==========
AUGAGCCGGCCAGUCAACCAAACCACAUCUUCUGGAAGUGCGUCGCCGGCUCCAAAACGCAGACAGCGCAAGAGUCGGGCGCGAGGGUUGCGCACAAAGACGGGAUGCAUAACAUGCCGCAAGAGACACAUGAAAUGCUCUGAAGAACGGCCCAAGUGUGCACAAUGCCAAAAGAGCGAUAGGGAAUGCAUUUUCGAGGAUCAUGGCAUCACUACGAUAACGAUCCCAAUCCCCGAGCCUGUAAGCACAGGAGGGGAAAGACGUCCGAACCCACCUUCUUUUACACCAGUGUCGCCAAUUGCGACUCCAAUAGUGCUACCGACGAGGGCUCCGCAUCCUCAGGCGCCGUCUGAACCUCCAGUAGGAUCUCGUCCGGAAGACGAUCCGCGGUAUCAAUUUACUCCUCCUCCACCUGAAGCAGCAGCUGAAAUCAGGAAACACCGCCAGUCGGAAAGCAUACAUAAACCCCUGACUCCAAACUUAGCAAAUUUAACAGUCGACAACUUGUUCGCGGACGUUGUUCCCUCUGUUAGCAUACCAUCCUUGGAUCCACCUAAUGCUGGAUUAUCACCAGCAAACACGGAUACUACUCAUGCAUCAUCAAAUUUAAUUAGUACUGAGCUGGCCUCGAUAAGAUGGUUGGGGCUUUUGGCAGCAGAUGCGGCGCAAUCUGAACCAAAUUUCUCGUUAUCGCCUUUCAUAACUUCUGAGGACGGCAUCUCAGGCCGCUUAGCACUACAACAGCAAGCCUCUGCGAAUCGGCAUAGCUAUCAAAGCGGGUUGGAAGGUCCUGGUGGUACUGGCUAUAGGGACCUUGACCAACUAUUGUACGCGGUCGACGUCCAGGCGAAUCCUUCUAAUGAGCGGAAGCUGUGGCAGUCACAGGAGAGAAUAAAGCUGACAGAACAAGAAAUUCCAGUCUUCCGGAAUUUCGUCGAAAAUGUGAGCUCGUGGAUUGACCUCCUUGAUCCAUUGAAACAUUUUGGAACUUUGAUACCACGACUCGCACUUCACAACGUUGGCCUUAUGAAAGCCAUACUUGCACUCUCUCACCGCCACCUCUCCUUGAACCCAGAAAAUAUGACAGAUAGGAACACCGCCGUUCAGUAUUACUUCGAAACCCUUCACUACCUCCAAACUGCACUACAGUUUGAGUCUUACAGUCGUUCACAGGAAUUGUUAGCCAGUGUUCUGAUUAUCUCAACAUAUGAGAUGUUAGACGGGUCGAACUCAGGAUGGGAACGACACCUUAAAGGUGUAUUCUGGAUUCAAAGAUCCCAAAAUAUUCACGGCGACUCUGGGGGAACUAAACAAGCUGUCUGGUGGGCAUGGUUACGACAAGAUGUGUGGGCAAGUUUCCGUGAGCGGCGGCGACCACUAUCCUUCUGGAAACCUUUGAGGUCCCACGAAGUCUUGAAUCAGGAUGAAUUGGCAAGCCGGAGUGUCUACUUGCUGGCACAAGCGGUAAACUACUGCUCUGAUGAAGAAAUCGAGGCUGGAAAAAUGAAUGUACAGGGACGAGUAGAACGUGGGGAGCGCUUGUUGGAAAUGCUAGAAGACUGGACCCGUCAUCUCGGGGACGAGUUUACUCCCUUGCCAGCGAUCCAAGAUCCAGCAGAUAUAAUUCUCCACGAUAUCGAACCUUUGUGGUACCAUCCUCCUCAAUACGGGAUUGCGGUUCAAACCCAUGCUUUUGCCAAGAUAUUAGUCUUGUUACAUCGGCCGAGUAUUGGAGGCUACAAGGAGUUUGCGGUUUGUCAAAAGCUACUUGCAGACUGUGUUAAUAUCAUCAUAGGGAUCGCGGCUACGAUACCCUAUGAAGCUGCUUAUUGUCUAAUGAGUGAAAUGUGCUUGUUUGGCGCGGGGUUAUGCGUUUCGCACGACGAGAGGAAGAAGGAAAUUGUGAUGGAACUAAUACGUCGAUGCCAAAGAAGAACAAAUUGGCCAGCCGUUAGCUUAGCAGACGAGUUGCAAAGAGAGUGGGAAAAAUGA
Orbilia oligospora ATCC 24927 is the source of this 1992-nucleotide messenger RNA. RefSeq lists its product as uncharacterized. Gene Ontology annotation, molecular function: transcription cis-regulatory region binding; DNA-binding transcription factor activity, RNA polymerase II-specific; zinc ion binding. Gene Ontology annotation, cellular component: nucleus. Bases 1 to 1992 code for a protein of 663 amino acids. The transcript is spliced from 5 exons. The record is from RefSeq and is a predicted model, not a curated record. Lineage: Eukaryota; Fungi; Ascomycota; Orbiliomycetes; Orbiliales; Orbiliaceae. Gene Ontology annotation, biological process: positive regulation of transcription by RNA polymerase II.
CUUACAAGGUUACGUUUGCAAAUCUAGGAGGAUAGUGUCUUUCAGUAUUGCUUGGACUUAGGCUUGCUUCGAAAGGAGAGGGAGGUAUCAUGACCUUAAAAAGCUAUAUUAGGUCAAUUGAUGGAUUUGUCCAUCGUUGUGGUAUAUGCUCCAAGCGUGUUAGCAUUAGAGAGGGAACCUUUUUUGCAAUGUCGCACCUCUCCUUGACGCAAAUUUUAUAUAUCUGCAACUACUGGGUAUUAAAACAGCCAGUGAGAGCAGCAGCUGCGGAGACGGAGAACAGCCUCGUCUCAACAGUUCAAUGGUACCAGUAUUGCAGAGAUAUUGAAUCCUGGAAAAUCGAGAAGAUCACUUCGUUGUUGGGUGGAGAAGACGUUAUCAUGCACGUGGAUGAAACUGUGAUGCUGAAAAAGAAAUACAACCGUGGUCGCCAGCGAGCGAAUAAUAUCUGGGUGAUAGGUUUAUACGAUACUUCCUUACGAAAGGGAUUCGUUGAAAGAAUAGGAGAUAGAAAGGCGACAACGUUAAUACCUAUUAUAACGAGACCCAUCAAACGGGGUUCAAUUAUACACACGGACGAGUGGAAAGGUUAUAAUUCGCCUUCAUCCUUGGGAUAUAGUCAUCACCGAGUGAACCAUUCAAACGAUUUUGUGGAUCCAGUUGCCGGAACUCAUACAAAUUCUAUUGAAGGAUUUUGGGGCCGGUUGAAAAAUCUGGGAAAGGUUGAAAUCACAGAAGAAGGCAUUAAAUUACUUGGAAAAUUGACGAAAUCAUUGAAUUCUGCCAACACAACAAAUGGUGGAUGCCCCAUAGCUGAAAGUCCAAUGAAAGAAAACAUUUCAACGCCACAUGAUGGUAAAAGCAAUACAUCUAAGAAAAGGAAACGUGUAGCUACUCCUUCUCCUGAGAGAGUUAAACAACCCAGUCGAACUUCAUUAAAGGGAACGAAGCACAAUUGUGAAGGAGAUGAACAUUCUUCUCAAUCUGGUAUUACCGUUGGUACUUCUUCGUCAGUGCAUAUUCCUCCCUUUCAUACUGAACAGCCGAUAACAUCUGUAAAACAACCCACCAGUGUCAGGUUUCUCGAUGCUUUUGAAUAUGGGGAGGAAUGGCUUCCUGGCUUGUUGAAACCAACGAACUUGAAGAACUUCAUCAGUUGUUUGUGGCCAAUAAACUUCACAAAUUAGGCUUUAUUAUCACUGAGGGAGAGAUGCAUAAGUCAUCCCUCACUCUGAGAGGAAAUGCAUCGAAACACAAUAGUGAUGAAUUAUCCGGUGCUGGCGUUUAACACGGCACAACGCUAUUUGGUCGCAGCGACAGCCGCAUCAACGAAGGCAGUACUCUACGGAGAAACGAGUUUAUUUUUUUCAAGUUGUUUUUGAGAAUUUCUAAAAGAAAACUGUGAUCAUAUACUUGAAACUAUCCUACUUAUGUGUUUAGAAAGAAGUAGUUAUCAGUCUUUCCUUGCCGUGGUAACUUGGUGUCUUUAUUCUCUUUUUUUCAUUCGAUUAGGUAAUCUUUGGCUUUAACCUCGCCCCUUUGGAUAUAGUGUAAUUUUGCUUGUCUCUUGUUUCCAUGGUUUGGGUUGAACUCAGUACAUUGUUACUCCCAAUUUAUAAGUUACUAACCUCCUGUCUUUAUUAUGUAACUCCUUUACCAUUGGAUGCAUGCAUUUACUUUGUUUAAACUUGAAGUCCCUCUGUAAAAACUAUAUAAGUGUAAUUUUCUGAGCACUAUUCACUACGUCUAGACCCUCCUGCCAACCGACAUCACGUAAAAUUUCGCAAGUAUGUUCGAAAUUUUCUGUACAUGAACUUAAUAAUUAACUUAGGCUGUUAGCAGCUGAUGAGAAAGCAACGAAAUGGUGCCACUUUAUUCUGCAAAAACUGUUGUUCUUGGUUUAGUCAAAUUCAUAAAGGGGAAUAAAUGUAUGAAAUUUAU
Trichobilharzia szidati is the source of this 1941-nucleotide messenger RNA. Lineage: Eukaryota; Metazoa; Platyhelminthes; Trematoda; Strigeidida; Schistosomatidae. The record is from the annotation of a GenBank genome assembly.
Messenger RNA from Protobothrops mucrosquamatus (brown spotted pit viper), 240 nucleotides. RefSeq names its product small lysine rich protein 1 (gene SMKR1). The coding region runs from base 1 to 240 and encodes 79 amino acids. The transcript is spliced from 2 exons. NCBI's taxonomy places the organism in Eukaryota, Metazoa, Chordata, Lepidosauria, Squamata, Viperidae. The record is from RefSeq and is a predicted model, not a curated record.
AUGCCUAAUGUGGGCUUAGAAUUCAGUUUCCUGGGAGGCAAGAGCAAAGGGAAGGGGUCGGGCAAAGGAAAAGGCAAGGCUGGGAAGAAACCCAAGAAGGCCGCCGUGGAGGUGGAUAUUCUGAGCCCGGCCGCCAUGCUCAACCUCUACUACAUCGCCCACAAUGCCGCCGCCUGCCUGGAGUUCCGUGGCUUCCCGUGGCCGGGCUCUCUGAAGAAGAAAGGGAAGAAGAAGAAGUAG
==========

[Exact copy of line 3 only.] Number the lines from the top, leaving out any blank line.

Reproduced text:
CUUACAAGGUUACGUUUGCAAAUCUAGGAGGAUAGUGUCUUUCAGUAUUGCUUGGACUUAGGCUUGCUUCGAAAGGAGAGGGAGGUAUCAUGACCUUAAAAAGCUAUAUUAGGUCAAUUGAUGGAUUUGUCCAUCGUUGUGGUAUAUGCUCCAAGCGUGUUAGCAUUAGAGAGGGAACCUUUUUUGCAAUGUCGCACCUCUCCUUGACGCAAAUUUUAUAUAUCUGCAACUACUGGGUAUUAAAACAGCCAGUGAGAGCAGCAGCUGCGGAGACGGAGAACAGCCUCGUCUCAACAGUUCAAUGGUACCAGUAUUGCAGAGAUAUUGAAUCCUGGAAAAUCGAGAAGAUCACUUCGUUGUUGGGUGGAGAAGACGUUAUCAUGCACGUGGAUGAAACUGUGAUGCUGAAAAAGAAAUACAACCGUGGUCGCCAGCGAGCGAAUAAUAUCUGGGUGAUAGGUUUAUACGAUACUUCCUUACGAAAGGGAUUCGUUGAAAGAAUAGGAGAUAGAAAGGCGACAACGUUAAUACCUAUUAUAACGAGACCCAUCAAACGGGGUUCAAUUAUACACACGGACGAGUGGAAAGGUUAUAAUUCGCCUUCAUCCUUGGGAUAUAGUCAUCACCGAGUGAACCAUUCAAACGAUUUUGUGGAUCCAGUUGCCGGAACUCAUACAAAUUCUAUUGAAGGAUUUUGGGGCCGGUUGAAAAAUCUGGGAAAGGUUGAAAUCACAGAAGAAGGCAUUAAAUUACUUGGAAAAUUGACGAAAUCAUUGAAUUCUGCCAACACAACAAAUGGUGGAUGCCCCAUAGCUGAAAGUCCAAUGAAAGAAAACAUUUCAACGCCACAUGAUGGUAAAAGCAAUACAUCUAAGAAAAGGAAACGUGUAGCUACUCCUUCUCCUGAGAGAGUUAAACAACCCAGUCGAACUUCAUUAAAGGGAACGAAGCACAAUUGUGAAGGAGAUGAACAUUCUUCUCAAUCUGGUAUUACCGUUGGUACUUCUUCGUCAGUGCAUAUUCCUCCCUUUCAUACUGAACAGCCGAUAACAUCUGUAAAACAACCCACCAGUGUCAGGUUUCUCGAUGCUUUUGAAUAUGGGGAGGAAUGGCUUCCUGGCUUGUUGAAACCAACGAACUUGAAGAACUUCAUCAGUUGUUUGUGGCCAAUAAACUUCACAAAUUAGGCUUUAUUAUCACUGAGGGAGAGAUGCAUAAGUCAUCCCUCACUCUGAGAGGAAAUGCAUCGAAACACAAUAGUGAUGAAUUAUCCGGUGCUGGCGUUUAACACGGCACAACGCUAUUUGGUCGCAGCGACAGCCGCAUCAACGAAGGCAGUACUCUACGGAGAAACGAGUUUAUUUUUUUCAAGUUGUUUUUGAGAAUUUCUAAAAGAAAACUGUGAUCAUAUACUUGAAACUAUCCUACUUAUGUGUUUAGAAAGAAGUAGUUAUCAGUCUUUCCUUGCCGUGGUAACUUGGUGUCUUUAUUCUCUUUUUUUCAUUCGAUUAGGUAAUCUUUGGCUUUAACCUCGCCCCUUUGGAUAUAGUGUAAUUUUGCUUGUCUCUUGUUUCCAUGGUUUGGGUUGAACUCAGUACAUUGUUACUCCCAAUUUAUAAGUUACUAACCUCCUGUCUUUAUUAUGUAACUCCUUUACCAUUGGAUGCAUGCAUUUACUUUGUUUAAACUUGAAGUCCCUCUGUAAAAACUAUAUAAGUGUAAUUUUCUGAGCACUAUUCACUACGUCUAGACCCUCCUGCCAACCGACAUCACGUAAAAUUUCGCAAGUAUGUUCGAAAUUUUCUGUACAUGAACUUAAUAAUUAACUUAGGCUGUUAGCAGCUGAUGAGAAAGCAACGAAAUGGUGCCACUUUAUUCUGCAAAAACUGUUGUUCUUGGUUUAGUCAAAUUCAUAAAGGGGAAUAAAUGUAUGAAAUUUAU